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Shadchen: A pattern matching library

shadchen: Noun
from Yiddish

(note: there is an emacs lisp port of this library here) (note: if you are reading this README for the emacs version of the library, keep in mind that emacs symbols are case sensitive. Symbols are all lowercase in this library.)

I love pattern-matching, which I find to be a great way to combine destructuring data with type-checking when used in dynamic languages. If you aren't familiar with how pattern matching works, here is an example:

(defun second (lst)
 (match lst 
  ((cons _ (cons x rest)) x)))

MATCH introduces a pattern matching expression, which takes a value, in this case LST and a series of lists, whose first elements are descriptions of a data structure and whose subsequent elements are code to execute if the match succeeds. Pattern matching takes the description of the data and binds the variables that appear therein to the parts of the data structure they indicate. Above, we match _ to the car of a list, x to the car of that list's cdr, and rest to the cdr of that list.

If we don't pass in a list, the match fails. (Because of the behavior of CL's car and cdr, which return NIL on NIL, the form cons doesn't enforce a length requirement on the input list, and will return NIL for an empty list. This corresponds with the fact that in Common Lisp (car nil) is nil and (cdr nil) is nil.)

We might instead write:

(defun second-of-two (lst)
  (match lst
    ((list _ x) x)))

Which returns the second element of a list only when a two element list is passed in. MATCH can take multiple pattern/body sets, in which case patterns are tried in order until one pattern matches, and the result of evaluating the associated forms is returned. If no patterns match, an error is raised.

Built-in Patterns

Shadchen supports the following built-in patterns.


Matches anything, binding to that value in the body expressions.


Matches only when the value is the same keyword.


Matches only when the value is the same number.


Matches only when the value is string= is the same string.


Matches any CONS cell, or NIL, then matches <PATTERN1> and <PATTERN2>, executing the body in a context where their matches are bound. If the match value is NIL, then each PATTERN matches against NIL.

(LIST <P1> ... <PN>)

One may also write

(LIST <P1> ... <PN> (TAIL <PT>))

Where the pattern is matched against the tail of the list. This is an alternative to LIST-REST.

Matches a list of length N, then matches each pattern <PN> to the elements of that list.


Matches - to elements in at list, as in the LIST pattern. The final <REST-PATTERN> is matched against the rest of the list.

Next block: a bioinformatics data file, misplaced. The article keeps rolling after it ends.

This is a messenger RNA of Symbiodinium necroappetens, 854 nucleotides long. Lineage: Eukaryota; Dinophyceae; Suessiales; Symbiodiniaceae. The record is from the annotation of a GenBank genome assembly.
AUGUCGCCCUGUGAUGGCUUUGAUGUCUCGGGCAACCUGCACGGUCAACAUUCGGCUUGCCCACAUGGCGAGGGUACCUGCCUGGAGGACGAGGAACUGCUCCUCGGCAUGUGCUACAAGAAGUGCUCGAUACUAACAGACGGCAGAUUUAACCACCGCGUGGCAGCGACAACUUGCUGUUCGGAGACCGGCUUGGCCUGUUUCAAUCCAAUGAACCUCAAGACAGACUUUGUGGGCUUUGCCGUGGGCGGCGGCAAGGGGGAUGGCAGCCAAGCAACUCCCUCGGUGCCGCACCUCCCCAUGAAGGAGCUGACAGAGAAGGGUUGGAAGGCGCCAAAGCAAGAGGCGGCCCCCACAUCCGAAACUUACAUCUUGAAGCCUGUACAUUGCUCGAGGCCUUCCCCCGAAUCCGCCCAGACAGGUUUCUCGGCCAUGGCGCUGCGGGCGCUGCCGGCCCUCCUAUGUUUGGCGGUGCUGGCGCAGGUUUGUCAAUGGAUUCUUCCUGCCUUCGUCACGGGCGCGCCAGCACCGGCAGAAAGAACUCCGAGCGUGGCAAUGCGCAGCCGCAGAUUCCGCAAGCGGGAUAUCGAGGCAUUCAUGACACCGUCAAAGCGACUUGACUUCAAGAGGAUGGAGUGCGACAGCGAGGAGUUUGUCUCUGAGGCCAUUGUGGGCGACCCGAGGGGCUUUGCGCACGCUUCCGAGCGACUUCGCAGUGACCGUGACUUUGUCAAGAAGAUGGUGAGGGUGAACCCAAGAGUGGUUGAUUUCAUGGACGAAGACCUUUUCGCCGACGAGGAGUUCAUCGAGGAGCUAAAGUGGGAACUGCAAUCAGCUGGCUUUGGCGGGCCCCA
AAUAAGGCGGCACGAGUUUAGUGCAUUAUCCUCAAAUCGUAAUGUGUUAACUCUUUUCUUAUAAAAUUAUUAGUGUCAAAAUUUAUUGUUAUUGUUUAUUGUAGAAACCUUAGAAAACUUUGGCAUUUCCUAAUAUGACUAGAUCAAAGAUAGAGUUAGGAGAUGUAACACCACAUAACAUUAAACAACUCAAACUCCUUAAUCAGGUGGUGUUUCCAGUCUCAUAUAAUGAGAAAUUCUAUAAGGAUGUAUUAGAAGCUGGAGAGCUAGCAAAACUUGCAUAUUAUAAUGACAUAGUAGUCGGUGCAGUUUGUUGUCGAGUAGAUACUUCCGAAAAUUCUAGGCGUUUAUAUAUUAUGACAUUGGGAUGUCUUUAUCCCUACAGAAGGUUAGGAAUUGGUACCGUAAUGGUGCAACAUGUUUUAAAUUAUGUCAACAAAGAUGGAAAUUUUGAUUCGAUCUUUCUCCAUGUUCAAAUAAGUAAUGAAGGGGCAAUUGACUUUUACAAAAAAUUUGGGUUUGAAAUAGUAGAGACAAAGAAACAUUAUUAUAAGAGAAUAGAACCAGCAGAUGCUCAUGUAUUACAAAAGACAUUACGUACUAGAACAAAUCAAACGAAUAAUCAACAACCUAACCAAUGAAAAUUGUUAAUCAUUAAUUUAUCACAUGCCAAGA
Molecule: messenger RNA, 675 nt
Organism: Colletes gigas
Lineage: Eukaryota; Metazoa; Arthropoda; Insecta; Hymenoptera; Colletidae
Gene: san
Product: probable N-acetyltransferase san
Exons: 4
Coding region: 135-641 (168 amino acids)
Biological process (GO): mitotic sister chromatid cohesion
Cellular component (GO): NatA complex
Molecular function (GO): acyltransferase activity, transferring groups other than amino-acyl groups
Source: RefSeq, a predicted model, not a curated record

Only succeeds when DATUM is EQUALP to the match-value. Binds no values.

 (AND <P1> .. <PN>)

Tests all <PN> against the same value, succeeding only when all patterns match, and binding all variables in all patterns.

 (OR <P1> .. <PN>)

Tries each <PN> in turn, and succeeds if any <PN> succeeds. The body of the matched expression is then executed with that <PN>'s bindings. Each sub-pattern in an OR pattern must bind an identical set of identifiers or an error is raised.


Succeeds when (FUNCALL PREDICATE MATCH-VALUE) is true and when <PATTERN> matches the value. Body has the bindings of <PATTERN>.


Applies FUN to the match value, then matches <PATTERN> against the result.


Like FUNCALL but if the application of FUN to the object being matched against is *match-fail* than the match fails, other wise the match succeeds only when PATTERN matches the result.


Matches as if by BACKQUOTE. If EXPR is an atom, then this is equivalent to QUOTE. If EXPR is a list, each element is matches as in QUOTE, unless it is an (UQ <PATTERN>) form, in which case it is matched as a pattern. Eg:

(match (list 1 2 3)
  ((BQ (1 (UQ x) 2)) x)) 

Will succeed, binding X to 2.

(match (list 10 2 20)
   ((BQ (1 (UQ x) 2)) x))

Will fail, since 10 and 1 don't match.

(values <P1> ... <PN>)

Will match multiple values produced by a (values ...) form.

(let (n1 v1) (n2 v2) ... (nn vn))

Not a pattern matching pattern, per se. let always succeeds and produces a context where the bindings are active. This can be used to provide default alternatives, as in:

(defun non-nil (x) x)

(match (list 1) 
 ((cons hd (or (? #'non-nil tl)
               (let (tl '(2 3)))))
  (list hd tl)))

Will result in (1 (2 3)) but

(match (list 1 4) 
 ((cons hd (or (? #'non-nil tl)
               (let (tl '(2 3)))))
  (list hd tl)))

Will produce (1 (4)). Note that a similar functionality can be provided with funcall.

(concat P1 ... PN)

Concat is a powerful string matching pattern. If each pattern is a string, its behavior is simple: it simply matches the string that is the concatenation of the pattern strings.